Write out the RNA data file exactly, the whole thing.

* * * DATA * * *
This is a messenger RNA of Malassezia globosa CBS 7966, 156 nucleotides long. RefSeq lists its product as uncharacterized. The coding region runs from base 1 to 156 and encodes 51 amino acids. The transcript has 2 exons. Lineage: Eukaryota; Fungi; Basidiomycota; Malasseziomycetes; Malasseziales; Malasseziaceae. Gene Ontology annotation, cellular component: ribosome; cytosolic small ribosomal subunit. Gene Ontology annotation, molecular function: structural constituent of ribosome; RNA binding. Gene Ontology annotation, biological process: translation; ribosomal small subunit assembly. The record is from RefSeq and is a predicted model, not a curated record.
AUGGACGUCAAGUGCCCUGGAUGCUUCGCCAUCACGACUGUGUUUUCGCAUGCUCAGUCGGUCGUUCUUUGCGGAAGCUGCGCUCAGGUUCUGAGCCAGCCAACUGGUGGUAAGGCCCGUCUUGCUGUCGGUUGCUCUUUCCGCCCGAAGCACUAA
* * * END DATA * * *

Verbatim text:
This is a messenger RNA of Malassezia globosa CBS 7966, 156 nucleotides long. RefSeq lists its product as uncharacterized. The coding region runs from base 1 to 156 and encodes 51 amino acids. The transcript has 2 exons. Lineage: Eukaryota; Fungi; Basidiomycota; Malasseziomycetes; Malasseziales; Malasseziaceae. Gene Ontology annotation, cellular component: ribosome; cytosolic small ribosomal subunit. Gene Ontology annotation, molecular function: structural constituent of ribosome; RNA binding. Gene Ontology annotation, biological process: translation; ribosomal small subunit assembly. The record is from RefSeq and is a predicted model, not a curated record.
AUGGACGUCAAGUGCCCUGGAUGCUUCGCCAUCACGACUGUGUUUUCGCAUGCUCAGUCGGUCGUUCUUUGCGGAAGCUGCGCUCAGGUUCUGAGCCAGCCAACUGGUGGUAAGGCCCGUCUUGCUGUCGGUUGCUCUUUCCGCCCGAAGCACUAA